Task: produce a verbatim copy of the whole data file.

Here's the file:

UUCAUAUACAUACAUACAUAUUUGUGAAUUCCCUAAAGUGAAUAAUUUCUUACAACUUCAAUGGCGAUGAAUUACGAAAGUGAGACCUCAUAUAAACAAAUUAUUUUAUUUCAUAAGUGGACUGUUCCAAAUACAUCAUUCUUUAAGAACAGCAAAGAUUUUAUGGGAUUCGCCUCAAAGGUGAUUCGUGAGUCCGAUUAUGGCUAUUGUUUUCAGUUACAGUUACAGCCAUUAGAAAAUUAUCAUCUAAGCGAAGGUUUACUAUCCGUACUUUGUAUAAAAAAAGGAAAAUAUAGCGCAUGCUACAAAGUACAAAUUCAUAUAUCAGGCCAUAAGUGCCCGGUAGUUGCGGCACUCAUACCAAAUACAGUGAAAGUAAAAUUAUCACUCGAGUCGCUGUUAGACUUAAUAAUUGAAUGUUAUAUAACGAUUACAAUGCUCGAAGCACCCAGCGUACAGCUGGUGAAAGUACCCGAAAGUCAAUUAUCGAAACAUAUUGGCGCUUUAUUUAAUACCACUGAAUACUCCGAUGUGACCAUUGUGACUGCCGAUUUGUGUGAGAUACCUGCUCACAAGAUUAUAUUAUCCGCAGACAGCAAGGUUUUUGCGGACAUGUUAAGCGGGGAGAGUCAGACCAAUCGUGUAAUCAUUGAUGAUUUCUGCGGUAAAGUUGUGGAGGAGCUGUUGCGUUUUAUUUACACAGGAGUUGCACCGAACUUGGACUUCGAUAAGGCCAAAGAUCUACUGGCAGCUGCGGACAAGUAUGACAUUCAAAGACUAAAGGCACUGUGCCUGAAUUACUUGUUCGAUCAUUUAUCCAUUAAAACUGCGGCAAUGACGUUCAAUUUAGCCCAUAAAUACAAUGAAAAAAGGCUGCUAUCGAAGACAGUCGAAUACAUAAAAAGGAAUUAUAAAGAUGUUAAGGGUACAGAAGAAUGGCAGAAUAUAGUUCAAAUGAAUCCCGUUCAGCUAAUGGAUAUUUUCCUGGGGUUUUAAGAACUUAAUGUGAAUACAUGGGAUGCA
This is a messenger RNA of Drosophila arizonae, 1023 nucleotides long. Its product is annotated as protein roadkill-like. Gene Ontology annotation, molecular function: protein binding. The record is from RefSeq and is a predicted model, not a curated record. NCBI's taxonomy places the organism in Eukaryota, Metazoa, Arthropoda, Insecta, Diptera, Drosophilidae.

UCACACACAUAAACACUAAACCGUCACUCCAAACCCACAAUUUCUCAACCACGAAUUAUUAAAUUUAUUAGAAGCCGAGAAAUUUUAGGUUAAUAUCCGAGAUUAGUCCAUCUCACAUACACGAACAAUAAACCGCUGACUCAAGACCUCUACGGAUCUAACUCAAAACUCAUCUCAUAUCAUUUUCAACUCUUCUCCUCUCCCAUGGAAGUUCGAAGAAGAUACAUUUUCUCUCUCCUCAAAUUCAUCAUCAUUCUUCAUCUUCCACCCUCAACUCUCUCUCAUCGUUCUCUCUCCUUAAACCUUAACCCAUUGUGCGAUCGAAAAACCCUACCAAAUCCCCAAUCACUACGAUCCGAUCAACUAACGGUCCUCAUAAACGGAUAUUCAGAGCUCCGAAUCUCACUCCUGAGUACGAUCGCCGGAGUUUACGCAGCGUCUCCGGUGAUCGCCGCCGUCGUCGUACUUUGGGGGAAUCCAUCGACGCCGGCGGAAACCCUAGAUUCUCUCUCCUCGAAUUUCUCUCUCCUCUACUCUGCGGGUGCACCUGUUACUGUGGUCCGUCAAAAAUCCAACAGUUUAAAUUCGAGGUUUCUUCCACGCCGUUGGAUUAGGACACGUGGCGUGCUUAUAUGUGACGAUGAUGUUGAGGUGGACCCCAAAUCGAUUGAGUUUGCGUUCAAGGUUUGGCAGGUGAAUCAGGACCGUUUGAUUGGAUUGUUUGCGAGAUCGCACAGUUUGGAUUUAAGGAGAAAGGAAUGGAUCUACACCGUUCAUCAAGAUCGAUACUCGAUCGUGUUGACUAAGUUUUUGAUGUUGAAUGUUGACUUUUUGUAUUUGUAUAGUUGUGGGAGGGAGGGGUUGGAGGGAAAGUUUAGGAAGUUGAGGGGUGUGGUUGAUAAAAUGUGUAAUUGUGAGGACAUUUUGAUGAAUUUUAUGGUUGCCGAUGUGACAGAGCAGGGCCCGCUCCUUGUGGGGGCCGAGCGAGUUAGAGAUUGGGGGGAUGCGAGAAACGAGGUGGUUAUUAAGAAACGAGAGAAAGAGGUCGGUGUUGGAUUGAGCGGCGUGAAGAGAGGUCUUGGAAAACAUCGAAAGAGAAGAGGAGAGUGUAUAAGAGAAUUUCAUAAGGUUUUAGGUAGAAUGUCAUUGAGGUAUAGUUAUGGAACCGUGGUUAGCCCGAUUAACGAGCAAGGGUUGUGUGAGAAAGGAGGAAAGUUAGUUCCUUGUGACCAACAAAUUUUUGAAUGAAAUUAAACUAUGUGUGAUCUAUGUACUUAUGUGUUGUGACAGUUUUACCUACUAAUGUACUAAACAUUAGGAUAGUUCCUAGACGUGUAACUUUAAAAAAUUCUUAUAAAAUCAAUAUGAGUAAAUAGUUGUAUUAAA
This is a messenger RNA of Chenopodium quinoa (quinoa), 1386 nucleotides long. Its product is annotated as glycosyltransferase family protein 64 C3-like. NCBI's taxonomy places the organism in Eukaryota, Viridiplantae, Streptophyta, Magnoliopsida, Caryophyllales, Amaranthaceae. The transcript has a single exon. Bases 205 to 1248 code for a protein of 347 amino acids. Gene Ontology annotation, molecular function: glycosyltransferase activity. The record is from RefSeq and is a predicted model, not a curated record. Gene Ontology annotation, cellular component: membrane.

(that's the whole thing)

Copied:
UUCAUAUACAUACAUACAUAUUUGUGAAUUCCCUAAAGUGAAUAAUUUCUUACAACUUCAAUGGCGAUGAAUUACGAAAGUGAGACCUCAUAUAAACAAAUUAUUUUAUUUCAUAAGUGGACUGUUCCAAAUACAUCAUUCUUUAAGAACAGCAAAGAUUUUAUGGGAUUCGCCUCAAAGGUGAUUCGUGAGUCCGAUUAUGGCUAUUGUUUUCAGUUACAGUUACAGCCAUUAGAAAAUUAUCAUCUAAGCGAAGGUUUACUAUCCGUACUUUGUAUAAAAAAAGGAAAAUAUAGCGCAUGCUACAAAGUACAAAUUCAUAUAUCAGGCCAUAAGUGCCCGGUAGUUGCGGCACUCAUACCAAAUACAGUGAAAGUAAAAUUAUCACUCGAGUCGCUGUUAGACUUAAUAAUUGAAUGUUAUAUAACGAUUACAAUGCUCGAAGCACCCAGCGUACAGCUGGUGAAAGUACCCGAAAGUCAAUUAUCGAAACAUAUUGGCGCUUUAUUUAAUACCACUGAAUACUCCGAUGUGACCAUUGUGACUGCCGAUUUGUGUGAGAUACCUGCUCACAAGAUUAUAUUAUCCGCAGACAGCAAGGUUUUUGCGGACAUGUUAAGCGGGGAGAGUCAGACCAAUCGUGUAAUCAUUGAUGAUUUCUGCGGUAAAGUUGUGGAGGAGCUGUUGCGUUUUAUUUACACAGGAGUUGCACCGAACUUGGACUUCGAUAAGGCCAAAGAUCUACUGGCAGCUGCGGACAAGUAUGACAUUCAAAGACUAAAGGCACUGUGCCUGAAUUACUUGUUCGAUCAUUUAUCCAUUAAAACUGCGGCAAUGACGUUCAAUUUAGCCCAUAAAUACAAUGAAAAAAGGCUGCUAUCGAAGACAGUCGAAUACAUAAAAAGGAAUUAUAAAGAUGUUAAGGGUACAGAAGAAUGGCAGAAUAUAGUUCAAAUGAAUCCCGUUCAGCUAAUGGAUAUUUUCCUGGGGUUUUAAGAACUUAAUGUGAAUACAUGGGAUGCA
This is a messenger RNA of Drosophila arizonae, 1023 nucleotides long. Its product is annotated as protein roadkill-like. Gene Ontology annotation, molecular function: protein binding. The record is from RefSeq and is a predicted model, not a curated record. NCBI's taxonomy places the organism in Eukaryota, Metazoa, Arthropoda, Insecta, Diptera, Drosophilidae.

UCACACACAUAAACACUAAACCGUCACUCCAAACCCACAAUUUCUCAACCACGAAUUAUUAAAUUUAUUAGAAGCCGAGAAAUUUUAGGUUAAUAUCCGAGAUUAGUCCAUCUCACAUACACGAACAAUAAACCGCUGACUCAAGACCUCUACGGAUCUAACUCAAAACUCAUCUCAUAUCAUUUUCAACUCUUCUCCUCUCCCAUGGAAGUUCGAAGAAGAUACAUUUUCUCUCUCCUCAAAUUCAUCAUCAUUCUUCAUCUUCCACCCUCAACUCUCUCUCAUCGUUCUCUCUCCUUAAACCUUAACCCAUUGUGCGAUCGAAAAACCCUACCAAAUCCCCAAUCACUACGAUCCGAUCAACUAACGGUCCUCAUAAACGGAUAUUCAGAGCUCCGAAUCUCACUCCUGAGUACGAUCGCCGGAGUUUACGCAGCGUCUCCGGUGAUCGCCGCCGUCGUCGUACUUUGGGGGAAUCCAUCGACGCCGGCGGAAACCCUAGAUUCUCUCUCCUCGAAUUUCUCUCUCCUCUACUCUGCGGGUGCACCUGUUACUGUGGUCCGUCAAAAAUCCAACAGUUUAAAUUCGAGGUUUCUUCCACGCCGUUGGAUUAGGACACGUGGCGUGCUUAUAUGUGACGAUGAUGUUGAGGUGGACCCCAAAUCGAUUGAGUUUGCGUUCAAGGUUUGGCAGGUGAAUCAGGACCGUUUGAUUGGAUUGUUUGCGAGAUCGCACAGUUUGGAUUUAAGGAGAAAGGAAUGGAUCUACACCGUUCAUCAAGAUCGAUACUCGAUCGUGUUGACUAAGUUUUUGAUGUUGAAUGUUGACUUUUUGUAUUUGUAUAGUUGUGGGAGGGAGGGGUUGGAGGGAAAGUUUAGGAAGUUGAGGGGUGUGGUUGAUAAAAUGUGUAAUUGUGAGGACAUUUUGAUGAAUUUUAUGGUUGCCGAUGUGACAGAGCAGGGCCCGCUCCUUGUGGGGGCCGAGCGAGUUAGAGAUUGGGGGGAUGCGAGAAACGAGGUGGUUAUUAAGAAACGAGAGAAAGAGGUCGGUGUUGGAUUGAGCGGCGUGAAGAGAGGUCUUGGAAAACAUCGAAAGAGAAGAGGAGAGUGUAUAAGAGAAUUUCAUAAGGUUUUAGGUAGAAUGUCAUUGAGGUAUAGUUAUGGAACCGUGGUUAGCCCGAUUAACGAGCAAGGGUUGUGUGAGAAAGGAGGAAAGUUAGUUCCUUGUGACCAACAAAUUUUUGAAUGAAAUUAAACUAUGUGUGAUCUAUGUACUUAUGUGUUGUGACAGUUUUACCUACUAAUGUACUAAACAUUAGGAUAGUUCCUAGACGUGUAACUUUAAAAAAUUCUUAUAAAAUCAAUAUGAGUAAAUAGUUGUAUUAAA
This is a messenger RNA of Chenopodium quinoa (quinoa), 1386 nucleotides long. Its product is annotated as glycosyltransferase family protein 64 C3-like. NCBI's taxonomy places the organism in Eukaryota, Viridiplantae, Streptophyta, Magnoliopsida, Caryophyllales, Amaranthaceae. The transcript has a single exon. Bases 205 to 1248 code for a protein of 347 amino acids. Gene Ontology annotation, molecular function: glycosyltransferase activity. The record is from RefSeq and is a predicted model, not a curated record. Gene Ontology annotation, cellular component: membrane.